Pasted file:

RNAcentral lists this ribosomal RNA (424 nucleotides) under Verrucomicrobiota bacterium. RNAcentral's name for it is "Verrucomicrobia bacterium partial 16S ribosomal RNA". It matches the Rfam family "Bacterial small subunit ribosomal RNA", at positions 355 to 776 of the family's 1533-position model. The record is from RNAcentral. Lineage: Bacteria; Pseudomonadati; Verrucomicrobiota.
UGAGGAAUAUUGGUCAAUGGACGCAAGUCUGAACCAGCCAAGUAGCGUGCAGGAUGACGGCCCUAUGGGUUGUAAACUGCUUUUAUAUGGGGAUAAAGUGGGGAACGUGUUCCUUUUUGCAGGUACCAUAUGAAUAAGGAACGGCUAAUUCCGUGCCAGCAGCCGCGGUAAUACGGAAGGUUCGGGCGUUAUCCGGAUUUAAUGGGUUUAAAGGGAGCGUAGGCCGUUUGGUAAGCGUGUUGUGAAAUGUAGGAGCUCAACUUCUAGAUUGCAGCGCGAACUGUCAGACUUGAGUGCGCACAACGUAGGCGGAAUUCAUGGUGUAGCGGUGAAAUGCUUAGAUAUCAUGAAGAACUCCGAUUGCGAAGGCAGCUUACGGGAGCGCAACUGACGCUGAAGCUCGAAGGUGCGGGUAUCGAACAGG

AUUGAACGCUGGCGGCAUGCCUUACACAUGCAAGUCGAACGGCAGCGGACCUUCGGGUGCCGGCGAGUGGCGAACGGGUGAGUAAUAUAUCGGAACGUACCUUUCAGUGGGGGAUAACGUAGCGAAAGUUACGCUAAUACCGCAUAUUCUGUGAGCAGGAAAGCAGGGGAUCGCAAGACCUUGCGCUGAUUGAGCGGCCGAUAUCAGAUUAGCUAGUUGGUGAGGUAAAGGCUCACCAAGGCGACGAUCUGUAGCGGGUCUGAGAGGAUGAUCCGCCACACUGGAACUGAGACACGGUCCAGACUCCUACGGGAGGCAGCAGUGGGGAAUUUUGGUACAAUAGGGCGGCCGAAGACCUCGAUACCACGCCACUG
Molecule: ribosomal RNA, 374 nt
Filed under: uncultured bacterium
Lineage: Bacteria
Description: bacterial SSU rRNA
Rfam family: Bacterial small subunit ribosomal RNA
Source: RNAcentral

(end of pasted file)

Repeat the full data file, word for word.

RNAcentral lists this ribosomal RNA (424 nucleotides) under Verrucomicrobiota bacterium. RNAcentral's name for it is "Verrucomicrobia bacterium partial 16S ribosomal RNA". It matches the Rfam family "Bacterial small subunit ribosomal RNA", at positions 355 to 776 of the family's 1533-position model. The record is from RNAcentral. Lineage: Bacteria; Pseudomonadati; Verrucomicrobiota.
UGAGGAAUAUUGGUCAAUGGACGCAAGUCUGAACCAGCCAAGUAGCGUGCAGGAUGACGGCCCUAUGGGUUGUAAACUGCUUUUAUAUGGGGAUAAAGUGGGGAACGUGUUCCUUUUUGCAGGUACCAUAUGAAUAAGGAACGGCUAAUUCCGUGCCAGCAGCCGCGGUAAUACGGAAGGUUCGGGCGUUAUCCGGAUUUAAUGGGUUUAAAGGGAGCGUAGGCCGUUUGGUAAGCGUGUUGUGAAAUGUAGGAGCUCAACUUCUAGAUUGCAGCGCGAACUGUCAGACUUGAGUGCGCACAACGUAGGCGGAAUUCAUGGUGUAGCGGUGAAAUGCUUAGAUAUCAUGAAGAACUCCGAUUGCGAAGGCAGCUUACGGGAGCGCAACUGACGCUGAAGCUCGAAGGUGCGGGUAUCGAACAGG

AUUGAACGCUGGCGGCAUGCCUUACACAUGCAAGUCGAACGGCAGCGGACCUUCGGGUGCCGGCGAGUGGCGAACGGGUGAGUAAUAUAUCGGAACGUACCUUUCAGUGGGGGAUAACGUAGCGAAAGUUACGCUAAUACCGCAUAUUCUGUGAGCAGGAAAGCAGGGGAUCGCAAGACCUUGCGCUGAUUGAGCGGCCGAUAUCAGAUUAGCUAGUUGGUGAGGUAAAGGCUCACCAAGGCGACGAUCUGUAGCGGGUCUGAGAGGAUGAUCCGCCACACUGGAACUGAGACACGGUCCAGACUCCUACGGGAGGCAGCAGUGGGGAAUUUUGGUACAAUAGGGCGGCCGAAGACCUCGAUACCACGCCACUG
Molecule: ribosomal RNA, 374 nt
Filed under: uncultured bacterium
Lineage: Bacteria
Description: bacterial SSU rRNA
Rfam family: Bacterial small subunit ribosomal RNA
Source: RNAcentral